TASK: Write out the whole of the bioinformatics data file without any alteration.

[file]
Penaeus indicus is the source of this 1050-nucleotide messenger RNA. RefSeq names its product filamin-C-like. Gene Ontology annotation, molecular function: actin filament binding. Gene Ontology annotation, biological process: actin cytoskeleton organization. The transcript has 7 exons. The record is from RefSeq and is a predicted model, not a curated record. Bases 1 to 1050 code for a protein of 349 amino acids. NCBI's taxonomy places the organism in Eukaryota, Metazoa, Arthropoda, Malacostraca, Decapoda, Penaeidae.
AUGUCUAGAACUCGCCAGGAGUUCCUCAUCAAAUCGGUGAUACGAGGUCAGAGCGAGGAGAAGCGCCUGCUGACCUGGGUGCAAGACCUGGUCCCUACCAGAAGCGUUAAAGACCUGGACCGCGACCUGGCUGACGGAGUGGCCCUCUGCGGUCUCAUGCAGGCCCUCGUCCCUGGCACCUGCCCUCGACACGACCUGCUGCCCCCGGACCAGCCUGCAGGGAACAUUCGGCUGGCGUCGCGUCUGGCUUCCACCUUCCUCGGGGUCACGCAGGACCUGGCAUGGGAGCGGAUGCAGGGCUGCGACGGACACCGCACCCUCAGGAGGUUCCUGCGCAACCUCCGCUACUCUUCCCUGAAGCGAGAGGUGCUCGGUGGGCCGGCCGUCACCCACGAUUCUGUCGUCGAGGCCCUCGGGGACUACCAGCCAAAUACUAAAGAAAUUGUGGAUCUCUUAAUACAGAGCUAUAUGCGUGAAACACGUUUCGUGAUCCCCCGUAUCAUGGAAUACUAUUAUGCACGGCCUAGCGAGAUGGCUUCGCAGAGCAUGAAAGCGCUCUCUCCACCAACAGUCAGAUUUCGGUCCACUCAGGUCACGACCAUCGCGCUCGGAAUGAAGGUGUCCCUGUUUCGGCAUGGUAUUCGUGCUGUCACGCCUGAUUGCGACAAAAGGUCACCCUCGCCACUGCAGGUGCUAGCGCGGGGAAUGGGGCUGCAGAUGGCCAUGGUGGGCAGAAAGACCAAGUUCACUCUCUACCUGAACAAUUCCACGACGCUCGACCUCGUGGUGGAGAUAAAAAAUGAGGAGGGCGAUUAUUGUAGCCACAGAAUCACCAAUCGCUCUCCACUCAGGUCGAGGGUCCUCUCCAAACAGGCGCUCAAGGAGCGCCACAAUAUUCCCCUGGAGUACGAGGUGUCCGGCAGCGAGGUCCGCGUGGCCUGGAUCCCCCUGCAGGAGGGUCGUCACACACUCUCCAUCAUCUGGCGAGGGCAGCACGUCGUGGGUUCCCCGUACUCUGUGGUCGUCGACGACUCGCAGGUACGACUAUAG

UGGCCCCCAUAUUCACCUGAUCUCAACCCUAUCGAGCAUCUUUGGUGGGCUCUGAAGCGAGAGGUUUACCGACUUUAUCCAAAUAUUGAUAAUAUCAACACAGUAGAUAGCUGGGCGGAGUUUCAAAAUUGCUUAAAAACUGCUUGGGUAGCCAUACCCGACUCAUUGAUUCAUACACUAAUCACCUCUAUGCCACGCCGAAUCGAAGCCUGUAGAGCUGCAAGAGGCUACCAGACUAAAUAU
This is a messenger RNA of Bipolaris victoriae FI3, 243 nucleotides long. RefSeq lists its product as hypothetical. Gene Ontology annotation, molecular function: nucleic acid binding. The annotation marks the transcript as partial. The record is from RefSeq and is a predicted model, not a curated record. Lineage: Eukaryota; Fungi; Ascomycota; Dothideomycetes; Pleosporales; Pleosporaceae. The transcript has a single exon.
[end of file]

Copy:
Penaeus indicus is the source of this 1050-nucleotide messenger RNA. RefSeq names its product filamin-C-like. Gene Ontology annotation, molecular function: actin filament binding. Gene Ontology annotation, biological process: actin cytoskeleton organization. The transcript has 7 exons. The record is from RefSeq and is a predicted model, not a curated record. Bases 1 to 1050 code for a protein of 349 amino acids. NCBI's taxonomy places the organism in Eukaryota, Metazoa, Arthropoda, Malacostraca, Decapoda, Penaeidae.
AUGUCUAGAACUCGCCAGGAGUUCCUCAUCAAAUCGGUGAUACGAGGUCAGAGCGAGGAGAAGCGCCUGCUGACCUGGGUGCAAGACCUGGUCCCUACCAGAAGCGUUAAAGACCUGGACCGCGACCUGGCUGACGGAGUGGCCCUCUGCGGUCUCAUGCAGGCCCUCGUCCCUGGCACCUGCCCUCGACACGACCUGCUGCCCCCGGACCAGCCUGCAGGGAACAUUCGGCUGGCGUCGCGUCUGGCUUCCACCUUCCUCGGGGUCACGCAGGACCUGGCAUGGGAGCGGAUGCAGGGCUGCGACGGACACCGCACCCUCAGGAGGUUCCUGCGCAACCUCCGCUACUCUUCCCUGAAGCGAGAGGUGCUCGGUGGGCCGGCCGUCACCCACGAUUCUGUCGUCGAGGCCCUCGGGGACUACCAGCCAAAUACUAAAGAAAUUGUGGAUCUCUUAAUACAGAGCUAUAUGCGUGAAACACGUUUCGUGAUCCCCCGUAUCAUGGAAUACUAUUAUGCACGGCCUAGCGAGAUGGCUUCGCAGAGCAUGAAAGCGCUCUCUCCACCAACAGUCAGAUUUCGGUCCACUCAGGUCACGACCAUCGCGCUCGGAAUGAAGGUGUCCCUGUUUCGGCAUGGUAUUCGUGCUGUCACGCCUGAUUGCGACAAAAGGUCACCCUCGCCACUGCAGGUGCUAGCGCGGGGAAUGGGGCUGCAGAUGGCCAUGGUGGGCAGAAAGACCAAGUUCACUCUCUACCUGAACAAUUCCACGACGCUCGACCUCGUGGUGGAGAUAAAAAAUGAGGAGGGCGAUUAUUGUAGCCACAGAAUCACCAAUCGCUCUCCACUCAGGUCGAGGGUCCUCUCCAAACAGGCGCUCAAGGAGCGCCACAAUAUUCCCCUGGAGUACGAGGUGUCCGGCAGCGAGGUCCGCGUGGCCUGGAUCCCCCUGCAGGAGGGUCGUCACACACUCUCCAUCAUCUGGCGAGGGCAGCACGUCGUGGGUUCCCCGUACUCUGUGGUCGUCGACGACUCGCAGGUACGACUAUAG

UGGCCCCCAUAUUCACCUGAUCUCAACCCUAUCGAGCAUCUUUGGUGGGCUCUGAAGCGAGAGGUUUACCGACUUUAUCCAAAUAUUGAUAAUAUCAACACAGUAGAUAGCUGGGCGGAGUUUCAAAAUUGCUUAAAAACUGCUUGGGUAGCCAUACCCGACUCAUUGAUUCAUACACUAAUCACCUCUAUGCCACGCCGAAUCGAAGCCUGUAGAGCUGCAAGAGGCUACCAGACUAAAUAU
This is a messenger RNA of Bipolaris victoriae FI3, 243 nucleotides long. RefSeq lists its product as hypothetical. Gene Ontology annotation, molecular function: nucleic acid binding. The annotation marks the transcript as partial. The record is from RefSeq and is a predicted model, not a curated record. Lineage: Eukaryota; Fungi; Ascomycota; Dothideomycetes; Pleosporales; Pleosporaceae. The transcript has a single exon.